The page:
Manila Galleon shipping Chinese fashion to Mexico

By YUAN YAN / 05-30-2024 / Chinese Social Sciences Today

FILE PHOTO: A Chinese porcelain pot made in Jingdezhen in the late 18th century, used as a chocolate pot in Mexico 

On July 1, 1573, two large galleons laden with Chinese goods set sail from Manila in the Philippines, heading for Acapulco on the coast of Mexico, thus inaugurating the Manila Galleon Trade. Each year, 1 to 4 galleons departed from Manila to Mexico, each carrying between 300 to 1000 tons of cargo, with some even reaching 2000 tons. The galleons primarily transported Chinese goods, and in exchange, a substantial amount of silver from Mexico and even Peru was shipped back to China. It is estimated that 20% of the silver mined in New Spain was used to purchase Asian goods. Throughout the entire galleon trade period, the amount of Latin American silver flowing into China reached 100 million pesos.

Chinese silk was a major commodity transported by the Manila galleons, with each galleon usually carrying an estimated 100,000 bolts of silk, sometimes as many as 400,000, with a value generally ranging from 2 to 4 million pesos. By the late 18th century, Chinese silk and other goods accounted for 63% of Mexico’s total imports. According to Spanish scholar José Luis García-Thomas, between 1600 and 1640, Chinese silk made up 99% of all textiles imported from Asia into New Spain, including 39% raw silk, 59% silk fabrics, and 1% finished garments.

Chinese silk and its products played a significant role in the attire of Mexico’s elite. Through the analysis of 128 estate inventories in Mexico City from 1580 to 1630, García-Thomas found that Chinese raw silk and silk fabrics were prominently listed, with 39.8% of the inventories mentioning at least one garment made from Chinese silk, averaging 4.3 Chinese silk garments per inventory. These inventories often specifically mentioned “from China” when referring to silk. Chinese silk was widely used for luxury item production in New Spain. The clothing and bedding of the wealthiest families in Mexico City were predominantly crafted from Chinese raw silk. Traditional Spanish garments popular among the local upper classes were also woven from Chinese silk.

Chinese silk even left its mark on the fashion and tastes of the upper echelons of New Spain. In the 16th and 17th centuries, the elites of New Spain, influenced by European trends, primarily wore dark-colored clothing such as black, brown, and gray, reserving bright colors for special occasions and banquets. Chinese silk, frequently dyed in vibrant blue, green, red, and yellow tones, grew highly coveted, challenging the dominance of dark colors in elite fashion to some extent. The decorative patterns of Chinese silk also influenced the clothing of Mexico’s upper classes. Traditional Chinese embroidered floral motifs like lotus and chrysanthemum were commonly seen on luxurious fabrics such as brocade and velvet, favored by the New Spain elites.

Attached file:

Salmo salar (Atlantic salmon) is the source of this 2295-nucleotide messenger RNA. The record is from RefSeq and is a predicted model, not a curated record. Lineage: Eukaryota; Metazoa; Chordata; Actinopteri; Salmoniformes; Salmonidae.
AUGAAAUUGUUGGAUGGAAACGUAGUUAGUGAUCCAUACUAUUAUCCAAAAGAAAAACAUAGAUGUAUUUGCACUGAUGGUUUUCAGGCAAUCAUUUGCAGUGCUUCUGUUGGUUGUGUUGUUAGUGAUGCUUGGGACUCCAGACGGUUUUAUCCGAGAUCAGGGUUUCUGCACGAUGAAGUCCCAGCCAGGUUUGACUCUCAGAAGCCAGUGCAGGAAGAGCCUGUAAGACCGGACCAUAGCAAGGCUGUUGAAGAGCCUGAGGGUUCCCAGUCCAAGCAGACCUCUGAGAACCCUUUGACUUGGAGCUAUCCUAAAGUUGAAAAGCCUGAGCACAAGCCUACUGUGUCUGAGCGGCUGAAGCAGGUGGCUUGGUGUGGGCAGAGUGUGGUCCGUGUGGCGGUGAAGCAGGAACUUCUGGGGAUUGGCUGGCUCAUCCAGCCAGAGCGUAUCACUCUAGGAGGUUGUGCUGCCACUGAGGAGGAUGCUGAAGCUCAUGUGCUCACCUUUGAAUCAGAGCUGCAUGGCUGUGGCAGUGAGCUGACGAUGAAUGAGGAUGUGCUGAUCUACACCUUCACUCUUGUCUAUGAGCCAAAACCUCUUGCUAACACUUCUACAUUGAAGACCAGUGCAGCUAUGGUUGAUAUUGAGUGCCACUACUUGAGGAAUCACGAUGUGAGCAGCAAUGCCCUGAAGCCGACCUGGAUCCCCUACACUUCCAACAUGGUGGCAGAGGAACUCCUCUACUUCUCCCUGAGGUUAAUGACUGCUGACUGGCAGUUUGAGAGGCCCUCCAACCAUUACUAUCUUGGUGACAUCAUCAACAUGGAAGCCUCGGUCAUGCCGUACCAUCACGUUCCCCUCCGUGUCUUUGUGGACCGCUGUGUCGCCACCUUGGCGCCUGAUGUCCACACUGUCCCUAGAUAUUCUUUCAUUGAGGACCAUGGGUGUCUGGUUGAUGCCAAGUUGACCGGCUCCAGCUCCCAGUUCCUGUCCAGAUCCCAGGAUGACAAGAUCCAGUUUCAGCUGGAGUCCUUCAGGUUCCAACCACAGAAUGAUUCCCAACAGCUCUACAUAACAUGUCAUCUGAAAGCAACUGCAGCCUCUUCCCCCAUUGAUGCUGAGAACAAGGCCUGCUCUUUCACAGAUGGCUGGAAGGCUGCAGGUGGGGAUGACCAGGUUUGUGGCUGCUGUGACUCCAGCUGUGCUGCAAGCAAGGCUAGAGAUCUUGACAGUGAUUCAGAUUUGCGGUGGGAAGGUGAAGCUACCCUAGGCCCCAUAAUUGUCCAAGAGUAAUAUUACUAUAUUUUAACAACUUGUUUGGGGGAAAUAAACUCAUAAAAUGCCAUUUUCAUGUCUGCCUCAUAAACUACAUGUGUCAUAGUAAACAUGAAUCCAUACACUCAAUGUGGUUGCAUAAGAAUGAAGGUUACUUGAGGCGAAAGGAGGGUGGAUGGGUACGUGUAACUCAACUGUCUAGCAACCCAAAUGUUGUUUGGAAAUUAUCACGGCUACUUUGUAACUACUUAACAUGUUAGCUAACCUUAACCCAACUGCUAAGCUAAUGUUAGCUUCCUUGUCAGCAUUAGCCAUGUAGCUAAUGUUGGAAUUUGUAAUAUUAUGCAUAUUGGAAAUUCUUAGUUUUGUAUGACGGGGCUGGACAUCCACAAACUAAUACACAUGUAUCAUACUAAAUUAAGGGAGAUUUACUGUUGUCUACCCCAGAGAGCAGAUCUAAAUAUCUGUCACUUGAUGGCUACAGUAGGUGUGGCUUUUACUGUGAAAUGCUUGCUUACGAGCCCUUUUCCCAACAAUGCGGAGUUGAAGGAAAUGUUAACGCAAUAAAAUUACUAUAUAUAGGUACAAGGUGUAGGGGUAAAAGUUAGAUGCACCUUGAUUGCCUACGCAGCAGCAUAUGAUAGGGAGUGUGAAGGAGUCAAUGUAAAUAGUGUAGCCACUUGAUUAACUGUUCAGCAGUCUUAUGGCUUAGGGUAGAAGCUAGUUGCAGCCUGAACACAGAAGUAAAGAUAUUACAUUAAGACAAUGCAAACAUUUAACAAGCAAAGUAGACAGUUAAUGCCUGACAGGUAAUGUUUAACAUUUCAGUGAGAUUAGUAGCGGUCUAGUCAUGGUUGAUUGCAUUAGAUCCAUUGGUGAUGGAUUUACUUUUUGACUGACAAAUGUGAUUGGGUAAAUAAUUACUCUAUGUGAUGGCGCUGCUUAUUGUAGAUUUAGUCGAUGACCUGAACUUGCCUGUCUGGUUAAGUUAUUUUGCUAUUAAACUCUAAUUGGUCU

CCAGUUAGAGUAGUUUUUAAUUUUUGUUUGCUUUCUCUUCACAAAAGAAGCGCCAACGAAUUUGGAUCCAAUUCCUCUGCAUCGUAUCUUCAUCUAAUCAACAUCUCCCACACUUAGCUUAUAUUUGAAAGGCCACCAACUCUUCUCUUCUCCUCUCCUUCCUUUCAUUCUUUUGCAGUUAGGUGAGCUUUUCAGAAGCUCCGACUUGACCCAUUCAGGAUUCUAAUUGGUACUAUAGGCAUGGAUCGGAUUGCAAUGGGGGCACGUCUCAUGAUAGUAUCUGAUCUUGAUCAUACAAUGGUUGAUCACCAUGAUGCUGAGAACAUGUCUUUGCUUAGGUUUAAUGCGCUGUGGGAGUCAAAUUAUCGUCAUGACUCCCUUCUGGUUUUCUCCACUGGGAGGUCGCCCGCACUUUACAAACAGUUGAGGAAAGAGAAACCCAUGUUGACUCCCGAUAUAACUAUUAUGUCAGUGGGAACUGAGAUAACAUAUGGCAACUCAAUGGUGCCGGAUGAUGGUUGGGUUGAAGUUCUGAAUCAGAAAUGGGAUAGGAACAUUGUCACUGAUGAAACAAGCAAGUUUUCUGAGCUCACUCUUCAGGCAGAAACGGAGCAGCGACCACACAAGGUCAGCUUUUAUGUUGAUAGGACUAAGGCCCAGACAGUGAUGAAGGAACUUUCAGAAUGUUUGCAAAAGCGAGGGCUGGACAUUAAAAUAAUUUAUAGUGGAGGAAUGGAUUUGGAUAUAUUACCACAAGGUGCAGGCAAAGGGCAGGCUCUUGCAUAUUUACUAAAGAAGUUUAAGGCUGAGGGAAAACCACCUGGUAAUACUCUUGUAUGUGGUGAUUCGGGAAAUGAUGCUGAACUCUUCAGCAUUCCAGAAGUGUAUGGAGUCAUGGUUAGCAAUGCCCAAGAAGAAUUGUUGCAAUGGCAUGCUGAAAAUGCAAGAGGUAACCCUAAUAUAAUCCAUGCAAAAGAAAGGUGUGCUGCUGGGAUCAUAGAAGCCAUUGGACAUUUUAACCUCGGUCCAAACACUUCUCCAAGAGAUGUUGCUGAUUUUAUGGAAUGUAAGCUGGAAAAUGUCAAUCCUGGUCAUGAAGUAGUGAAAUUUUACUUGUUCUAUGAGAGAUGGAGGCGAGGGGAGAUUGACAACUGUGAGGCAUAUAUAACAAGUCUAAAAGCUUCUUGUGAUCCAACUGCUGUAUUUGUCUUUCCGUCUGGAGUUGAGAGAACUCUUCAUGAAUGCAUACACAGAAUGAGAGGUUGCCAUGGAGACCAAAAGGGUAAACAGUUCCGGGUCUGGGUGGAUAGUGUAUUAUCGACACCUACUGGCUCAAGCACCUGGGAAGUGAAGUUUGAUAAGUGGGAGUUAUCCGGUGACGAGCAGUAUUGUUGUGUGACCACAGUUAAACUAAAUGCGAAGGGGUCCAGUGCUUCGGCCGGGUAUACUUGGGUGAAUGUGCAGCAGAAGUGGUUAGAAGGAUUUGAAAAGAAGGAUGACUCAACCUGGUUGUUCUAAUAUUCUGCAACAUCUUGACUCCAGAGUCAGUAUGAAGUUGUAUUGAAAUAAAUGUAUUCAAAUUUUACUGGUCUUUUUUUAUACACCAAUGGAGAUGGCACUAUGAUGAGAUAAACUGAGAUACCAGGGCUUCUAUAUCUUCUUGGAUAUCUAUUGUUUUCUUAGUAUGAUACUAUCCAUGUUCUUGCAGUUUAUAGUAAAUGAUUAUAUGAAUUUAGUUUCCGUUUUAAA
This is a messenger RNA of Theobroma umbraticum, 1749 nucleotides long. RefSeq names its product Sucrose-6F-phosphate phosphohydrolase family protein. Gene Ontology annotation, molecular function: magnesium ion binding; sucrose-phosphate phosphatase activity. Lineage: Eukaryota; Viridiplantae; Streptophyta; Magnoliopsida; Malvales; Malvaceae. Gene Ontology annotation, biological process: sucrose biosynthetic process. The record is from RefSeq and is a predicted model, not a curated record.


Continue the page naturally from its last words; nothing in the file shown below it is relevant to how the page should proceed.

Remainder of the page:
Porcelain ranked as the second most sought-after oriental commodity in the galleon trade behind silk. Works of Chinese porcelain became prized collectibles among the affluent residents of New Spain. In this region, porcelain was primarily cherished as an artistic treasure, symbolizing wealth and cultural refinement. García-Thomas’s research on the estate inventories from Mexico City reveals that nearly 24.2% of the inventories included porcelain, with an average of 13 porcelain items per inventory, underscoring its significance as a family heirloom. Porcelain was also used in dowries. For example, a dowry letter from a Colima resident written in 1614 mentioned “one large porcelain piece from China.”

Chinese blue and white porcelain was highly prized in the manors and Catholic sanctuaries of New Spain. The existing museum collections and archaeological discoveries in Mexico reveal that most of the porcelain transported to New Spain by the Manila galleons from the late 16th to early 17th centuries came from Jingdezhen [China’s porcelain hub]. Chinese porcelain found in Mexico spans from the reign of the Wanli Emperor of the Ming Dynasty to the reign of the Qianlong Emperor (r. 1736–1796) of the Qing Dynasty. Archaeological excavations at the San Jerónimo Convent in Mexico City between 1976 and 1981 unearthed approximately 123 kilograms of oriental porcelain, nearly 56% of which had been produced in the Wanli era, 20% dated to the late Ming and early Qing periods, and 15% from the reign of the Kangxi Emperor (r. 1662–1722). The findings also indicate that religious sites in New Spain were major users of Chinese porcelain. Large quantities of porcelain fragments have been unearthed in churches and convents in Puebla, Oaxaca, and Hidalgo, suggesting that religious communities had easier access to Chinese porcelain, and sufficient wealth to purchase it.

During Spanish colonial rule over Mexico, New Spain hosted a network of distributors and freight forwarders for oriental goods. Chinese products were distributed from Mexico to Spain, Peru, Guatemala, Cuba, and other places, promoting the “Chinoiserie” trend in 17th and 18th-century Europe. 

Yuan Yan is an associate professor from the Southwest Medical University.